Tag: Buck 65
Cuff the Duke’s new album, Way Down Here, was released in Canada last week. I’m pleased to report that it’s really quite good. It got me thinking about several things, but first, we can discuss the new album.
Cuff the Duke are a band that have never been afraid to wear their hearts on their proverbial sleeves. Their songs are unabashedly emotional, and while previous effort Sidelines of the City was enjoyable, I felt that they lost that vulnerability to a certain extent. This new record seems them return to making the emotional music for emotional people that made them stand out a bit and the new songs are no exception.
Blue Rodeo’s Greg Keelor came in to produce this record, and it does sound nice. Both vocals and instruments are given a bit of room to breathe, and there’s some pleasant harmonizing on a few songs that I’d never noticed in Cuff the Duke’s sound before. Instrumentally, Cuff the Duke are talented but not showy, and there’s a nice, understated use of instrumentation throughout, especially with Dale Murray’s slide guitar. They’ve always been an alt-country band, but this record does sound a bit more ‘country’ to their previous ‘alt’ efforts. Perhaps Keelor’s greatest asset though has just been giving the band a bit of room to breathe, lending this album a loose, but highly proficient, feel to it.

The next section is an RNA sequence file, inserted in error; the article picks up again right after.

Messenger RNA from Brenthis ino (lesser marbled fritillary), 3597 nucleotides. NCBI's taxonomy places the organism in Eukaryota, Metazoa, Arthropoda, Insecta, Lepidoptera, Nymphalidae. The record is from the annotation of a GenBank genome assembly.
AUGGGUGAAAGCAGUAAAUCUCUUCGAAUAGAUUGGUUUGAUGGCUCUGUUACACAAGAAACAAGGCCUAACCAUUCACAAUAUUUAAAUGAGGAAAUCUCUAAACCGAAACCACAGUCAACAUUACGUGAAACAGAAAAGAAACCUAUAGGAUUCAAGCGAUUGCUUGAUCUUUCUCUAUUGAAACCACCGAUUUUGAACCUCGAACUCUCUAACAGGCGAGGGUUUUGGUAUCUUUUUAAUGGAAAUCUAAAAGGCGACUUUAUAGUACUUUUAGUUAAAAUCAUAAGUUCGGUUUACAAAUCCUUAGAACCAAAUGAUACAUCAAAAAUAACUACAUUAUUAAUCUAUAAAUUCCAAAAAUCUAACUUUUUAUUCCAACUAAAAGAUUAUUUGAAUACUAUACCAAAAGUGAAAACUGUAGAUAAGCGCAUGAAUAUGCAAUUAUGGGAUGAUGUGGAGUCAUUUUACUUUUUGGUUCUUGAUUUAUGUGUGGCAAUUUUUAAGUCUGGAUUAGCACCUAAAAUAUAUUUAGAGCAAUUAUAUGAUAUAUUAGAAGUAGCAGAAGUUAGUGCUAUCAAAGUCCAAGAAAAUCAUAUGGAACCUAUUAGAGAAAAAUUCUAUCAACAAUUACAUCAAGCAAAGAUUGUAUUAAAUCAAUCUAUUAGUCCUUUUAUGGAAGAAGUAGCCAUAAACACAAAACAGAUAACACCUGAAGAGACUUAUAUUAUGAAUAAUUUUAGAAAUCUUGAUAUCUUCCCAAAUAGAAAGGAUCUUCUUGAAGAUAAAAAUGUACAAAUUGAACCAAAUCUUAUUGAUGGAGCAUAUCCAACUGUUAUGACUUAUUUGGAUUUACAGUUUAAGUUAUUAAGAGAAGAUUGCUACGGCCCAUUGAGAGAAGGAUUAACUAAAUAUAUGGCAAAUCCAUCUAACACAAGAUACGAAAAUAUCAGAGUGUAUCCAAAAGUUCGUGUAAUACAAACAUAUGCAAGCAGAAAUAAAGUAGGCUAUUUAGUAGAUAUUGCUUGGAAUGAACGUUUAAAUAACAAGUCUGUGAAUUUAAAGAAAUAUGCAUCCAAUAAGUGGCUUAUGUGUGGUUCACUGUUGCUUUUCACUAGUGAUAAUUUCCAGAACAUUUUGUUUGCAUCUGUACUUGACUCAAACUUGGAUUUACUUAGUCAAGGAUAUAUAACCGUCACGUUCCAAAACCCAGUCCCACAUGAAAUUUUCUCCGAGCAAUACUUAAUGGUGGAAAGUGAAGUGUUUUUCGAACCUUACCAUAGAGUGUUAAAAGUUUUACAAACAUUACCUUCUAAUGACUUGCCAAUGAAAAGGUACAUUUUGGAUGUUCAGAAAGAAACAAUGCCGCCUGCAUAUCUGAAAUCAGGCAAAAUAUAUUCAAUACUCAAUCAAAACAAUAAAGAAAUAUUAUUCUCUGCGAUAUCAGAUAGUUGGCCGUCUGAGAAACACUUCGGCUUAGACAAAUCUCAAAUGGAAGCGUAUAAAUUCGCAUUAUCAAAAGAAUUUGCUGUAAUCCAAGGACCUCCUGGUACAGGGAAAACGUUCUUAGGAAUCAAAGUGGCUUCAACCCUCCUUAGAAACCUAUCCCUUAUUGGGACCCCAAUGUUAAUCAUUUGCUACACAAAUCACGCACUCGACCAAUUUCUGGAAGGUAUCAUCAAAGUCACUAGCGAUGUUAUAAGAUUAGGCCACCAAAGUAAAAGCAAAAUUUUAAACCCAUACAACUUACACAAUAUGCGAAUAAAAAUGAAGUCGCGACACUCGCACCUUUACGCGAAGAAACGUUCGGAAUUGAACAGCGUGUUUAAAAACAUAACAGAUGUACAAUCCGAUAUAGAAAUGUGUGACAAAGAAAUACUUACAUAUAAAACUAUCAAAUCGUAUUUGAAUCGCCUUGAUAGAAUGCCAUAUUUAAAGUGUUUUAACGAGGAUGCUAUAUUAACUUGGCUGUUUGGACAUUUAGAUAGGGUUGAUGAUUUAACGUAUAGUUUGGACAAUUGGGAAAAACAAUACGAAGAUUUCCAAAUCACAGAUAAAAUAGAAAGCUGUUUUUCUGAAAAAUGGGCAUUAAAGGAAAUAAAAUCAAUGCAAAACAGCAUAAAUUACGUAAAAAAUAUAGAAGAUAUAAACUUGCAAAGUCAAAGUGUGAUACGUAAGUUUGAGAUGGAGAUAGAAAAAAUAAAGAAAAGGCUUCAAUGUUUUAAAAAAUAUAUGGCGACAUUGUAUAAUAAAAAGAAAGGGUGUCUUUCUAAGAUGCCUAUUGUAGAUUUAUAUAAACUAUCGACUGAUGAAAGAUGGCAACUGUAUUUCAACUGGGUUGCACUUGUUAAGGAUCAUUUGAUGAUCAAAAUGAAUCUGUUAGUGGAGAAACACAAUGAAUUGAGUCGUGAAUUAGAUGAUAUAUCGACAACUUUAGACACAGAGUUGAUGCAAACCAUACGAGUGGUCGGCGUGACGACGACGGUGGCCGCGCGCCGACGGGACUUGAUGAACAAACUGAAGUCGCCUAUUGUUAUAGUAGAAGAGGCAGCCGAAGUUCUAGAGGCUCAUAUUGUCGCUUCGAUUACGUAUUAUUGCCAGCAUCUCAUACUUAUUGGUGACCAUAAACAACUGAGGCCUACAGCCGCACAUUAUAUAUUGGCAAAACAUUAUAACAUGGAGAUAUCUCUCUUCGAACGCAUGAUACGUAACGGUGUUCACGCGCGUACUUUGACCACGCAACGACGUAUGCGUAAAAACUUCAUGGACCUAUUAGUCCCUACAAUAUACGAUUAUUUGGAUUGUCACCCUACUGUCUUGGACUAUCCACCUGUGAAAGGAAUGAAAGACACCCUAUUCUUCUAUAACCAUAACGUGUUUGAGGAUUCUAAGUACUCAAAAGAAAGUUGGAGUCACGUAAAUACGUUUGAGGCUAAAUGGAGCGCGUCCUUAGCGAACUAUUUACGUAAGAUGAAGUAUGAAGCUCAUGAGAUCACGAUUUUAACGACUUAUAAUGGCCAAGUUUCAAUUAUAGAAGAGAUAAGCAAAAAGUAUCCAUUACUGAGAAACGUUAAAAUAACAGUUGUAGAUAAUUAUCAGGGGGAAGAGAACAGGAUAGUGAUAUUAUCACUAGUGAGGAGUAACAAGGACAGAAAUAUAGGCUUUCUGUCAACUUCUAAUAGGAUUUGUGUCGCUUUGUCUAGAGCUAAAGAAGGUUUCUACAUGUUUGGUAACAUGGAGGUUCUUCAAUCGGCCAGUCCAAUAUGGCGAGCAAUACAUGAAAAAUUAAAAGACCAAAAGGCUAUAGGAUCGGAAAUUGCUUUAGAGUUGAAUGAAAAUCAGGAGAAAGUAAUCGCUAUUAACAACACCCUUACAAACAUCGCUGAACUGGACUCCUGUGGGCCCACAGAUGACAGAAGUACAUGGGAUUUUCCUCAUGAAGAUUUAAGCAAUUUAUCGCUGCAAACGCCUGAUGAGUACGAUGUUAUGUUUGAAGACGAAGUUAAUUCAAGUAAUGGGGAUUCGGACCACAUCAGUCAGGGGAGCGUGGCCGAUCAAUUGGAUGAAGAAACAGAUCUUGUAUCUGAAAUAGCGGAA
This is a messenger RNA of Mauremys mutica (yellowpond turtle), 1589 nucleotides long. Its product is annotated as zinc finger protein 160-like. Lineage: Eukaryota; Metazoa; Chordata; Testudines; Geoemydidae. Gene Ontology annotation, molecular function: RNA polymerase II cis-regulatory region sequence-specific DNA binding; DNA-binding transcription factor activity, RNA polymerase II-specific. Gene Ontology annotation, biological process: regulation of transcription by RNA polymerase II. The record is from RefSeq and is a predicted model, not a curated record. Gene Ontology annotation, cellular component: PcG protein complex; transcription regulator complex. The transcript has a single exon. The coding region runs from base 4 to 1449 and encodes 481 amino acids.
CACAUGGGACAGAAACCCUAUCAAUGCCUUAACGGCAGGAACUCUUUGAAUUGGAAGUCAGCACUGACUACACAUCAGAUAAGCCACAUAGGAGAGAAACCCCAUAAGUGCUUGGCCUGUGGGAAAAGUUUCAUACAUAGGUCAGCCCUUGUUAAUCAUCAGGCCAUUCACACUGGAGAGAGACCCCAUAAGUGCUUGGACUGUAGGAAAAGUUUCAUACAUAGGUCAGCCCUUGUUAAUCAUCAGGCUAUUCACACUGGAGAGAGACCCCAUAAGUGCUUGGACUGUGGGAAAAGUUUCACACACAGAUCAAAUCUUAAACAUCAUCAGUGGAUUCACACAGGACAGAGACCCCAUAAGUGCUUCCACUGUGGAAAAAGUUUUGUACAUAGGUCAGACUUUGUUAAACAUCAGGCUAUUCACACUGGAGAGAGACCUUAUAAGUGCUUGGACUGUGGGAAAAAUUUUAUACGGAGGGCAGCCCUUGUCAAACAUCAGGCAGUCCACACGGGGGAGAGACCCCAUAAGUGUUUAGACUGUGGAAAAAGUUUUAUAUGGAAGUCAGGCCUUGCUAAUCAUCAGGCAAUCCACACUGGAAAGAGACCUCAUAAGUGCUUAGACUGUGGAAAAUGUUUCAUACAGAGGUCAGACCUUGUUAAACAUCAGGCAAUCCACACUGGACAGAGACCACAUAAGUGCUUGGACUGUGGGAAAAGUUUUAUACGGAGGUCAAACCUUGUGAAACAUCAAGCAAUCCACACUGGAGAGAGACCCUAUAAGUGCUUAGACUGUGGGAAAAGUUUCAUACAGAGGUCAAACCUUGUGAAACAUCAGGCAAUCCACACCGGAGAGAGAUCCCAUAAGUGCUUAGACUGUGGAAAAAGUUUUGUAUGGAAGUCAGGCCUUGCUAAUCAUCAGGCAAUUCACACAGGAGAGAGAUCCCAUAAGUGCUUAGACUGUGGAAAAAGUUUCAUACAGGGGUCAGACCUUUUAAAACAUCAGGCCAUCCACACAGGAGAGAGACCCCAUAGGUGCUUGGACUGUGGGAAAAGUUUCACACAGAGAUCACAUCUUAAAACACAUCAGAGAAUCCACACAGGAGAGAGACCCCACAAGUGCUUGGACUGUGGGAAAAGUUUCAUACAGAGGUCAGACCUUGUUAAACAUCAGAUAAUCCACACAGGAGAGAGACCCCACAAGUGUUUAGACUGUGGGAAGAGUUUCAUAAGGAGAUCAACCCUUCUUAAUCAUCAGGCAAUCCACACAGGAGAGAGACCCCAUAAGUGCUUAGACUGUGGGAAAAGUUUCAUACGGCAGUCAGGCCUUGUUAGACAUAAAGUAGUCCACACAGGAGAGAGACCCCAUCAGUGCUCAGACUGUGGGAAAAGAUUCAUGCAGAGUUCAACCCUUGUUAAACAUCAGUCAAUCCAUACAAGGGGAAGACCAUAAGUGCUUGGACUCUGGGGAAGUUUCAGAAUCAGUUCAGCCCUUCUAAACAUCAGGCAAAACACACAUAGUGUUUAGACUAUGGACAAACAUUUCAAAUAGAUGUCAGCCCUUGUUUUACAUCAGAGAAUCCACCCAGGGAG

The songs themselves are perhaps a little less immediately accessible than on their previous albums, but they reveal their charms with repeated listens. This is in general a more mature and thoughtful collection of tracks than their previous work, and there are many songs on the album that quite quickly come to occupy cranial space. Old Photograph is what would have happened if Joe Cocker had been depressed when he covered With a Little Help from My Friends. It’s almost elegiac in its evocation of pain and heartache, a tribute to times, both good and bad, gone past. Need You has a bit of a dust-blown spaghetti western feel to it. I have expected Clint Eastwood to ride past halfway through the song. It’s All a Blur has a great noirish vibe to it, melting into a reverb-heavy instrumental jam at the end, sounding a bit like Wilco at its most tunefully experimental. If there’s one complaint against this album, it is the lack of tracks that rock out a bit, like It’s All a Blur or Promises, which also picks up the pace a bit. Emotions have their hues and while this album does too, it sometimes gets bogged down a bit in slow melancholy.